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      Proteinuria and Renal Tubular Damage: Urinary N-Acetyl- β-D-Glucosaminidase and Isoenzymes in Dissimilar Renal Disease

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          Abstract

          Markers of renal tubular injury are difficult to interpret in patients with proteinura. The 24-hour urinary N-acetyl-β- D-glucosaminidase (NAG) concentration was measured in 167 patients with dissimilar renal disease, function, and proteinuria. NAG isoenzymes were also separated in 69 patients, using a modified fast protein liquid chromatography technique. The ‘A2’ isoenzyme predominated at all levels of renal function and in all diagnostic groups. Urinary NAG and proteinuria were well correlated at all levels of renal function, as was NAG ‘A2’ isoenzyme. Proteinuria and urinary NAG were similarly correlated in patients with different glomerulonephritides, hypertensive nephrosclerosis, and chronic pyelonephritis, but not in those with diabetic nephropathy.

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          Most cited references 2

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          Presence of serum and tissue forms of N-acetyl-β-glucosaminidase in urine from patients with renal disease

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            Urinary excretion of β-hexosaminidase in different forms of proteinuria

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              Author and article information

              Journal
              AJN
              Am J Nephrol
              10.1159/issn.0250-8095
              American Journal of Nephrology
              S. Karger AG
              0250-8095
              1421-9670
              1998
              June 1998
              06 May 1998
              : 18
              : 3
              : 179-185
              Affiliations
              a Regional Renal Unit and b Department of Clinical Chemistry, Royal Liverpool University Hospital, Liverpool, UK
              Article
              13334 Am J Nephrol 1998;18:179–185
              10.1159/000013334
              9627032
              © 1998 S. Karger AG, Basel

              Copyright: All rights reserved. No part of this publication may be translated into other languages, reproduced or utilized in any form or by any means, electronic or mechanical, including photocopying, recording, microcopying, or by any information storage and retrieval system, without permission in writing from the publisher. Drug Dosage: The authors and the publisher have exerted every effort to ensure that drug selection and dosage set forth in this text are in accord with current recommendations and practice at the time of publication. However, in view of ongoing research, changes in government regulations, and the constant flow of information relating to drug therapy and drug reactions, the reader is urged to check the package insert for each drug for any changes in indications and dosage and for added warnings and precautions. This is particularly important when the recommended agent is a new and/or infrequently employed drug. Disclaimer: The statements, opinions and data contained in this publication are solely those of the individual authors and contributors and not of the publishers and the editor(s). The appearance of advertisements or/and product references in the publication is not a warranty, endorsement, or approval of the products or services advertised or of their effectiveness, quality or safety. The publisher and the editor(s) disclaim responsibility for any injury to persons or property resulting from any ideas, methods, instructions or products referred to in the content or advertisements.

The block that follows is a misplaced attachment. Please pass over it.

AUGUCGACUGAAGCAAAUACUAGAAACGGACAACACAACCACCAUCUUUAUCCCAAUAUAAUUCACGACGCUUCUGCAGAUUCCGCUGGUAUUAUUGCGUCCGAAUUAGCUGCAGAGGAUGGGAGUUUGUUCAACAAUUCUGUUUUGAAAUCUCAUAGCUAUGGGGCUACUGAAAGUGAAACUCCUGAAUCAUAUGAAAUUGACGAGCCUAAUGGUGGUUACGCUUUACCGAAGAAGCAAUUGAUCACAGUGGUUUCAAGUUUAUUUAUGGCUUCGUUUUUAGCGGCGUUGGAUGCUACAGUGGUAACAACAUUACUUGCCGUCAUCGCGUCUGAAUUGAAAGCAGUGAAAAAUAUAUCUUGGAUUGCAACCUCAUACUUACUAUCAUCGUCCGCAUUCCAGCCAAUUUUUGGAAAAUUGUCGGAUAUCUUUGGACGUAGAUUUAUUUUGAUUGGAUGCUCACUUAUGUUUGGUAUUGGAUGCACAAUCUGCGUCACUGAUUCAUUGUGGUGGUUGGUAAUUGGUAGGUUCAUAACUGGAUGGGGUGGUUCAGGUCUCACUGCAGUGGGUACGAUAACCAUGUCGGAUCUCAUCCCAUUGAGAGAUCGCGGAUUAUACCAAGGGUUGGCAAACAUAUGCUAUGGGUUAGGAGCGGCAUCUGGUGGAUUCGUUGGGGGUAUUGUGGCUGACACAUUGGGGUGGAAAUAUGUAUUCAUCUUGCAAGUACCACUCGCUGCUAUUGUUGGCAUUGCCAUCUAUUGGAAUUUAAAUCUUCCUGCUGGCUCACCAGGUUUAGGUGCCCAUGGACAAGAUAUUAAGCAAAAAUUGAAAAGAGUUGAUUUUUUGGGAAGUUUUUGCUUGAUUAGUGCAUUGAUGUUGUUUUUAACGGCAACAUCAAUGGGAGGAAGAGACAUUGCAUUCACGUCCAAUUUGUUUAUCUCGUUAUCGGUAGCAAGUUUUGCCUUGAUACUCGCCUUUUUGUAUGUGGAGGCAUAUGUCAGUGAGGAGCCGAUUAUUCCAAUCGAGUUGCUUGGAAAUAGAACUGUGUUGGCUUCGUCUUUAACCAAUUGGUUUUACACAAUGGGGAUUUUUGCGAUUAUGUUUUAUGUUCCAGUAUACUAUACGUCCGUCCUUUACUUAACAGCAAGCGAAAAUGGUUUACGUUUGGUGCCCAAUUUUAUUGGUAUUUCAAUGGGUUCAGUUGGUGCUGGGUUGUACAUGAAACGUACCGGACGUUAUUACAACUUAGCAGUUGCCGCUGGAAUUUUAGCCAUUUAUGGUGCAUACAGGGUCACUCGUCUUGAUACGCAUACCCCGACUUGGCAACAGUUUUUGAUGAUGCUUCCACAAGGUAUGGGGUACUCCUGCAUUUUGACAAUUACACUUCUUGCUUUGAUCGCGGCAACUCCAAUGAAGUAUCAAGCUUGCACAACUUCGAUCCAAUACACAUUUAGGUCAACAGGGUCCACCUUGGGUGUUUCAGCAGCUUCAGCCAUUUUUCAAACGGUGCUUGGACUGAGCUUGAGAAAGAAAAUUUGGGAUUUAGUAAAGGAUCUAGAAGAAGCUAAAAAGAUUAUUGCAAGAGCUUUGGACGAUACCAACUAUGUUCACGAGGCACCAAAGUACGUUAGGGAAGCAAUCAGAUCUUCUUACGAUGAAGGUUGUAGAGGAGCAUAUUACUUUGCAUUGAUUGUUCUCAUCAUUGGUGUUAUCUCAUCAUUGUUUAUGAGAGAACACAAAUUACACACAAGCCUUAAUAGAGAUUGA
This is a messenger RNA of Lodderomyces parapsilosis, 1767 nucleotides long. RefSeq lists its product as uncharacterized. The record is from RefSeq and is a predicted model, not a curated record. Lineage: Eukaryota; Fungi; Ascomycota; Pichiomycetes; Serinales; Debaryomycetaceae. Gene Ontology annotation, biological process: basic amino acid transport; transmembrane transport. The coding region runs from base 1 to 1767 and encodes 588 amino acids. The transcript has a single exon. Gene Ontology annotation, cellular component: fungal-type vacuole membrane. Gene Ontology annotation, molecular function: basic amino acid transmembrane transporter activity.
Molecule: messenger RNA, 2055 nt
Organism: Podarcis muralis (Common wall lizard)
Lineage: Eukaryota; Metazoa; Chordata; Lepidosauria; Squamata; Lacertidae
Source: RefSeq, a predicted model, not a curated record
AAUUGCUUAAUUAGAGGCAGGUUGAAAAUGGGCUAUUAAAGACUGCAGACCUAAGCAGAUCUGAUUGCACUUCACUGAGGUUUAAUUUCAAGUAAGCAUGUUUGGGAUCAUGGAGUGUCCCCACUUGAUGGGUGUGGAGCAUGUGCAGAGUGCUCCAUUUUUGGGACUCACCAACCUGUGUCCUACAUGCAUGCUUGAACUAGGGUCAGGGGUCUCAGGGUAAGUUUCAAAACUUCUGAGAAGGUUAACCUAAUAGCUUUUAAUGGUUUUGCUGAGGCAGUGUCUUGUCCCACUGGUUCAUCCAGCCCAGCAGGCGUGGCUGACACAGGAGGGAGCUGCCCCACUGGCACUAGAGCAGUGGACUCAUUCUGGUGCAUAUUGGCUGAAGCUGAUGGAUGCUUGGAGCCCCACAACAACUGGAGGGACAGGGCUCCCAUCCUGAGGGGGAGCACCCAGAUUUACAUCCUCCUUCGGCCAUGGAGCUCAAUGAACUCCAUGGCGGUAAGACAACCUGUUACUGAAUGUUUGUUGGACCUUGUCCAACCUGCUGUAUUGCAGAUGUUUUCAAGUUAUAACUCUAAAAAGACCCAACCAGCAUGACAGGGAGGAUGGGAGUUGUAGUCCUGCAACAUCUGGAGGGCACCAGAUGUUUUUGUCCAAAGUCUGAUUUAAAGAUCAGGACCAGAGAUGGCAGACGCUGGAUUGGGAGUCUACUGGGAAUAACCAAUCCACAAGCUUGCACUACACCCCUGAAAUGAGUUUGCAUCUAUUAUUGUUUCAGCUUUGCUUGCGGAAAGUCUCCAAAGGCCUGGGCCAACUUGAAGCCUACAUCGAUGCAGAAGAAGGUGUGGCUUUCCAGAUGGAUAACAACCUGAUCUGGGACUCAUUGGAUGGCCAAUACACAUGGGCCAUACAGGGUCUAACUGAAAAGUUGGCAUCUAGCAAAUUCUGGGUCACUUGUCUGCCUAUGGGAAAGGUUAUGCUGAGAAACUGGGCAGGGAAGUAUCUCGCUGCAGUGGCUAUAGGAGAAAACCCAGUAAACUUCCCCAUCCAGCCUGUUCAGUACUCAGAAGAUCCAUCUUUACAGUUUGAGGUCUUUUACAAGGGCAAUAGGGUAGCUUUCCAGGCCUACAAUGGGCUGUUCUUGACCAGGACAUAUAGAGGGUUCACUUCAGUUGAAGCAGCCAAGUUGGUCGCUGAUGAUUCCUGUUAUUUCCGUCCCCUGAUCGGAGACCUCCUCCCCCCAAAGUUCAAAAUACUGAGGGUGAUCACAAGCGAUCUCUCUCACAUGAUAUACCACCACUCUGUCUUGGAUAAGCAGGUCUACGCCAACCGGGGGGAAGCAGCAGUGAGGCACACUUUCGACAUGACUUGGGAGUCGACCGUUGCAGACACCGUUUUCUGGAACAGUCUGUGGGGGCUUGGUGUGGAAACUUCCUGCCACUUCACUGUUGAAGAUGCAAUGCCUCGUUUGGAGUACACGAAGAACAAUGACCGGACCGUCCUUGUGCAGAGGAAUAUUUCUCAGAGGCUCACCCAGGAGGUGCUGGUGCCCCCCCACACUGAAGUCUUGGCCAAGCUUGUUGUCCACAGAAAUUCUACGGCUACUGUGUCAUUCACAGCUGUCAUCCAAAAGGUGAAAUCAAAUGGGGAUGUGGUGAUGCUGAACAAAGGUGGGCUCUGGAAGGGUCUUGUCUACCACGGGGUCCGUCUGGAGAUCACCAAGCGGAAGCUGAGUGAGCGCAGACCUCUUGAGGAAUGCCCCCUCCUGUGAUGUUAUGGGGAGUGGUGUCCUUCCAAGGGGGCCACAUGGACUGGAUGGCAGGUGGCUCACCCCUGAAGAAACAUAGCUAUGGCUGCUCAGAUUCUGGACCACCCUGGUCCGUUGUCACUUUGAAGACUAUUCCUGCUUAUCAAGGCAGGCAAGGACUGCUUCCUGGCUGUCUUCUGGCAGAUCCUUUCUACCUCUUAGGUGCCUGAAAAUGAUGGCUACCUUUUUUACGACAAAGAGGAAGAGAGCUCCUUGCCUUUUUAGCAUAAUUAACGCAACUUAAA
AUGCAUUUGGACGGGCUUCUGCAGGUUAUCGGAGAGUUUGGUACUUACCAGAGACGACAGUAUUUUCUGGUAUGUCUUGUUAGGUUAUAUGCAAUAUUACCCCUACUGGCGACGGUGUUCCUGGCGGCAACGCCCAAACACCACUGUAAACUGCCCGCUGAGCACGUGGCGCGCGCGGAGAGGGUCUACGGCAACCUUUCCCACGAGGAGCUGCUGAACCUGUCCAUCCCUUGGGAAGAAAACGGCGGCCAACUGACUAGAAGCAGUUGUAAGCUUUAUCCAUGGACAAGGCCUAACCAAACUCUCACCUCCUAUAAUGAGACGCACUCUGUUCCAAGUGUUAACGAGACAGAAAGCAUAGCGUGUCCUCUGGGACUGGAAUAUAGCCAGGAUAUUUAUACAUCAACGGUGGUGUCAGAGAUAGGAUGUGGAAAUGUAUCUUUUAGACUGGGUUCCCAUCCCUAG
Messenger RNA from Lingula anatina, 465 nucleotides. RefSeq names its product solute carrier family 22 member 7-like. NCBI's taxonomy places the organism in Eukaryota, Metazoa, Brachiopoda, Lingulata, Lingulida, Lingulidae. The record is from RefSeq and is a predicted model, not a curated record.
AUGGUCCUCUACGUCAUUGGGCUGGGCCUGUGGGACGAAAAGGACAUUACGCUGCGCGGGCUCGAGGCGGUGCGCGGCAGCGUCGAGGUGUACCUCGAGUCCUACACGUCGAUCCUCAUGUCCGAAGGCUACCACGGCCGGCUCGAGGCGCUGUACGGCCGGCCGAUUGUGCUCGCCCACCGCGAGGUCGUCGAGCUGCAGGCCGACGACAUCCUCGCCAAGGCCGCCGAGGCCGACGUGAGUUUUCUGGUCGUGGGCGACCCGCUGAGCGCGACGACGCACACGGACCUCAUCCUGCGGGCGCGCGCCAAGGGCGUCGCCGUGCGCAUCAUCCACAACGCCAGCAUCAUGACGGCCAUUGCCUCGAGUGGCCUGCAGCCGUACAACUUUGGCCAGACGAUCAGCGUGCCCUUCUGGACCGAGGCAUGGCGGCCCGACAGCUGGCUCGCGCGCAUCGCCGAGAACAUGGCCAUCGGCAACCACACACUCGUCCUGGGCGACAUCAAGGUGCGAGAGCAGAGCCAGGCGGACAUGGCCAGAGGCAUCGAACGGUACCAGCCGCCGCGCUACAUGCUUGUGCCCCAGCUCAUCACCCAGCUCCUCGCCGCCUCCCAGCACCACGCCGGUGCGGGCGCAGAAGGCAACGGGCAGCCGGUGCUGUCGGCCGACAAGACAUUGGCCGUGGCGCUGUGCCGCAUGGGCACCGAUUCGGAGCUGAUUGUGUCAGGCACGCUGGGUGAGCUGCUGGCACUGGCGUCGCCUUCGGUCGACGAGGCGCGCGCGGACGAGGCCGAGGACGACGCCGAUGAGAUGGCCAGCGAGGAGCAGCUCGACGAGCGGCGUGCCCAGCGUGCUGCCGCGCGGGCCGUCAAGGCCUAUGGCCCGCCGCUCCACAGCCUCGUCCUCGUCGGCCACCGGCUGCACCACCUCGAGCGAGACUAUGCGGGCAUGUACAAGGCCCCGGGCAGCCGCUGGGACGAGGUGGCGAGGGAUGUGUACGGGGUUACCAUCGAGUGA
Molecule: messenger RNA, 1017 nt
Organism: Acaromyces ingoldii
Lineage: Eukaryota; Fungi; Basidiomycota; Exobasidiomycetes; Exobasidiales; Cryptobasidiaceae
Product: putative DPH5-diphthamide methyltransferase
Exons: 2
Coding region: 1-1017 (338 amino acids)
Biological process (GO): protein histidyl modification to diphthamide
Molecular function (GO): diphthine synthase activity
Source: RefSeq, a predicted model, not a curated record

Page count
              Figures: 6, Tables: 3, References: 24, Pages: 7
              Product
              Self URI (application/pdf): https://www.karger.com/Article/Pdf/13334
              Categories
              Clinical Study

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